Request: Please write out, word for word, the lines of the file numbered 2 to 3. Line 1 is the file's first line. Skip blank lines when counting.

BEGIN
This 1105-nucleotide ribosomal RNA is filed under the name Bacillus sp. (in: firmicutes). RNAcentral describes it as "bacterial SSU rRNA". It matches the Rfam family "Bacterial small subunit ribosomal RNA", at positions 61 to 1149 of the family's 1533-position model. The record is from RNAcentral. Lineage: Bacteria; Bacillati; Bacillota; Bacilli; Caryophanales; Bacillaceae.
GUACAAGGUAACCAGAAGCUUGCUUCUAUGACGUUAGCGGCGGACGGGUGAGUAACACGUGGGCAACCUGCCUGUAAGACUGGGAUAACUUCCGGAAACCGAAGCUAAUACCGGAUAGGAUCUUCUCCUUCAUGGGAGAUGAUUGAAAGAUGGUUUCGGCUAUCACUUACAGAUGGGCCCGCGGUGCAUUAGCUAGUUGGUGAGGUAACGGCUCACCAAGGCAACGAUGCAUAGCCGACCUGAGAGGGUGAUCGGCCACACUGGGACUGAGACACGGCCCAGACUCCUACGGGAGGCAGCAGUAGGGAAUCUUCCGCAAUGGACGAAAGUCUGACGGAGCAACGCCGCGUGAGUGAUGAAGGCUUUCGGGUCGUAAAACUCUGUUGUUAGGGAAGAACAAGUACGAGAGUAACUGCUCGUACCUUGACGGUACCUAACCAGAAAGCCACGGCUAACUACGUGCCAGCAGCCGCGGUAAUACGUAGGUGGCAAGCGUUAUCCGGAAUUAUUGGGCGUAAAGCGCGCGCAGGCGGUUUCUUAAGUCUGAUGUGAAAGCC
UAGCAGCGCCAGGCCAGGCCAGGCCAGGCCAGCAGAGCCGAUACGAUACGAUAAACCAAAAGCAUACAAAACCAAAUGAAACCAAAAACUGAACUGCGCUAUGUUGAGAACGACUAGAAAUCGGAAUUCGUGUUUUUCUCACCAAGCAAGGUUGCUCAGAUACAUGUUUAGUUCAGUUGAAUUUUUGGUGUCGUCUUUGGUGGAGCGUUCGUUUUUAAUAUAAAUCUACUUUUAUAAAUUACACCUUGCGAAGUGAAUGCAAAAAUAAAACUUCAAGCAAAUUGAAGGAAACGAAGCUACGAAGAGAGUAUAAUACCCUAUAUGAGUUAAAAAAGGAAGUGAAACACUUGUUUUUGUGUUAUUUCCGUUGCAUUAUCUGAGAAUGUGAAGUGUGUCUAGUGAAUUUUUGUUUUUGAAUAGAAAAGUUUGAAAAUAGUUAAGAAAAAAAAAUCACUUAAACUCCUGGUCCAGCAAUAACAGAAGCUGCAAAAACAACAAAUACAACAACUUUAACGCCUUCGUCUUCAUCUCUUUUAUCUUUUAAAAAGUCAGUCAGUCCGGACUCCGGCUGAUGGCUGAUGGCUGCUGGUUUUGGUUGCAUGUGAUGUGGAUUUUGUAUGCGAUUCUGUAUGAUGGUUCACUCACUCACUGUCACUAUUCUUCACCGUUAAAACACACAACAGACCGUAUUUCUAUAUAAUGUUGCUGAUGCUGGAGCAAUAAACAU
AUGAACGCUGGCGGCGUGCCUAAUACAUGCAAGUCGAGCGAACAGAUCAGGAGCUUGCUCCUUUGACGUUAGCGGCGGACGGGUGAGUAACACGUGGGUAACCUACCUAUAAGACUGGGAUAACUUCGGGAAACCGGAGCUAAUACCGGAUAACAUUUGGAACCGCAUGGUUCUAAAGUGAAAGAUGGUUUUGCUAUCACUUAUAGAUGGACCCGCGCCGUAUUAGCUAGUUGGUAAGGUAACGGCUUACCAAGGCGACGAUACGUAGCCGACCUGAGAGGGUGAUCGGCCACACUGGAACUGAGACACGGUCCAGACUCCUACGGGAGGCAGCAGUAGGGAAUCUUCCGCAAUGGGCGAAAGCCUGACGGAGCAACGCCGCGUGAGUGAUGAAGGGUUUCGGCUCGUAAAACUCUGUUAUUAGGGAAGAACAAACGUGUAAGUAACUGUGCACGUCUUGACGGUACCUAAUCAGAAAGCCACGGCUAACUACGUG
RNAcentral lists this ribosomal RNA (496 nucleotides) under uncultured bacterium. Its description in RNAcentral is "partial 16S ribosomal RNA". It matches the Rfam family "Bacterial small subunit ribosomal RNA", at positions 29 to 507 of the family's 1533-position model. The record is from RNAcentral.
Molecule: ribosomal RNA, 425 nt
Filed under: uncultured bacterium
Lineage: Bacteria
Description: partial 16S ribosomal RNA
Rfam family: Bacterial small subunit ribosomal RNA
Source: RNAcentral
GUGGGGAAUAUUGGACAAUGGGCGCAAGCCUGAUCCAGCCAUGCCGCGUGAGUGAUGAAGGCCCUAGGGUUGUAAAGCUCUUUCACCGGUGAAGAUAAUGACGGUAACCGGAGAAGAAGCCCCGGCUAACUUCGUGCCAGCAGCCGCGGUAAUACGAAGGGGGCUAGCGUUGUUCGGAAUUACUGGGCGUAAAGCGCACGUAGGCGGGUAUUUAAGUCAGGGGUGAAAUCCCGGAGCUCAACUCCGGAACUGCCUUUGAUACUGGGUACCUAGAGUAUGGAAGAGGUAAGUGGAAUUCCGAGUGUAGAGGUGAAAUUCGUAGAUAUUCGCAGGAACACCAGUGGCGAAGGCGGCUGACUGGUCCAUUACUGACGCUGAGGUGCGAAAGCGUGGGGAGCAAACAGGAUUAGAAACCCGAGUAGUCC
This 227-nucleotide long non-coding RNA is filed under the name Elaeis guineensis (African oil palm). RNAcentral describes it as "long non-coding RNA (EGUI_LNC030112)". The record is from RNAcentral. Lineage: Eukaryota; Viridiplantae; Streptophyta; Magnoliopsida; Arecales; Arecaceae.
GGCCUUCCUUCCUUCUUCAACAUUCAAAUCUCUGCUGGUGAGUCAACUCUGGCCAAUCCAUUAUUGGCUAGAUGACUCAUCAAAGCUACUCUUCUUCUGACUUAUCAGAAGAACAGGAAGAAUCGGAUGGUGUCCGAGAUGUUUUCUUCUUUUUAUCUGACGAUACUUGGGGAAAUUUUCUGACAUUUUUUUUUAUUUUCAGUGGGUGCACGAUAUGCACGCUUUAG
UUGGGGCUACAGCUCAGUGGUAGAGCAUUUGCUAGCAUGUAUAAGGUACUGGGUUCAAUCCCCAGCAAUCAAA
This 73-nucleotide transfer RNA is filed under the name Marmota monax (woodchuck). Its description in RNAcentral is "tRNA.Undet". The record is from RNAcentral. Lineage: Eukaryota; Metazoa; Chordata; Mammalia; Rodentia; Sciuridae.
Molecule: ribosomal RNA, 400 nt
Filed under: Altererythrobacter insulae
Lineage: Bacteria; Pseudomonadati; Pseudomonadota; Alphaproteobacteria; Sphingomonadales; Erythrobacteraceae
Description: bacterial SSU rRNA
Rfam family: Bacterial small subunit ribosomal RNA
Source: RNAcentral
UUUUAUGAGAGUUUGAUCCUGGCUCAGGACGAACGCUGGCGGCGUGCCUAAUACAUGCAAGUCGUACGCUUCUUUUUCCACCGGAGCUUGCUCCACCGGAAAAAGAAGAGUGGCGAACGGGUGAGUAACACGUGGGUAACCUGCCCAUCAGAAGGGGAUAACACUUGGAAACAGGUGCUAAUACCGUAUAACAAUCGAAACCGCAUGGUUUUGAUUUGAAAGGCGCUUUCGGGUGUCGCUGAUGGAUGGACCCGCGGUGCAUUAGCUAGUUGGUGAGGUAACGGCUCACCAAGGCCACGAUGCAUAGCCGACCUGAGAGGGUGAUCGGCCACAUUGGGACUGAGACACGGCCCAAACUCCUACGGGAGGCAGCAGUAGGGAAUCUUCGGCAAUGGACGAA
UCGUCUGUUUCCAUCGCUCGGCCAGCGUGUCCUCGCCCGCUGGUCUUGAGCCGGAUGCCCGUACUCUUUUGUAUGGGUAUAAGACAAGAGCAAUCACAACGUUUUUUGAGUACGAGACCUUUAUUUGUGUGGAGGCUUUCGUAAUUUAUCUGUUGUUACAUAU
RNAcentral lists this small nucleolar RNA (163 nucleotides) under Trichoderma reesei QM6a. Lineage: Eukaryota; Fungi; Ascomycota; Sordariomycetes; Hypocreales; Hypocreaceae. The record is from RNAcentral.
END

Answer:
GUACAAGGUAACCAGAAGCUUGCUUCUAUGACGUUAGCGGCGGACGGGUGAGUAACACGUGGGCAACCUGCCUGUAAGACUGGGAUAACUUCCGGAAACCGAAGCUAAUACCGGAUAGGAUCUUCUCCUUCAUGGGAGAUGAUUGAAAGAUGGUUUCGGCUAUCACUUACAGAUGGGCCCGCGGUGCAUUAGCUAGUUGGUGAGGUAACGGCUCACCAAGGCAACGAUGCAUAGCCGACCUGAGAGGGUGAUCGGCCACACUGGGACUGAGACACGGCCCAGACUCCUACGGGAGGCAGCAGUAGGGAAUCUUCCGCAAUGGACGAAAGUCUGACGGAGCAACGCCGCGUGAGUGAUGAAGGCUUUCGGGUCGUAAAACUCUGUUGUUAGGGAAGAACAAGUACGAGAGUAACUGCUCGUACCUUGACGGUACCUAACCAGAAAGCCACGGCUAACUACGUGCCAGCAGCCGCGGUAAUACGUAGGUGGCAAGCGUUAUCCGGAAUUAUUGGGCGUAAAGCGCGCGCAGGCGGUUUCUUAAGUCUGAUGUGAAAGCC
UAGCAGCGCCAGGCCAGGCCAGGCCAGGCCAGCAGAGCCGAUACGAUACGAUAAACCAAAAGCAUACAAAACCAAAUGAAACCAAAAACUGAACUGCGCUAUGUUGAGAACGACUAGAAAUCGGAAUUCGUGUUUUUCUCACCAAGCAAGGUUGCUCAGAUACAUGUUUAGUUCAGUUGAAUUUUUGGUGUCGUCUUUGGUGGAGCGUUCGUUUUUAAUAUAAAUCUACUUUUAUAAAUUACACCUUGCGAAGUGAAUGCAAAAAUAAAACUUCAAGCAAAUUGAAGGAAACGAAGCUACGAAGAGAGUAUAAUACCCUAUAUGAGUUAAAAAAGGAAGUGAAACACUUGUUUUUGUGUUAUUUCCGUUGCAUUAUCUGAGAAUGUGAAGUGUGUCUAGUGAAUUUUUGUUUUUGAAUAGAAAAGUUUGAAAAUAGUUAAGAAAAAAAAAUCACUUAAACUCCUGGUCCAGCAAUAACAGAAGCUGCAAAAACAACAAAUACAACAACUUUAACGCCUUCGUCUUCAUCUCUUUUAUCUUUUAAAAAGUCAGUCAGUCCGGACUCCGGCUGAUGGCUGAUGGCUGCUGGUUUUGGUUGCAUGUGAUGUGGAUUUUGUAUGCGAUUCUGUAUGAUGGUUCACUCACUCACUGUCACUAUUCUUCACCGUUAAAACACACAACAGACCGUAUUUCUAUAUAAUGUUGCUGAUGCUGGAGCAAUAAACAU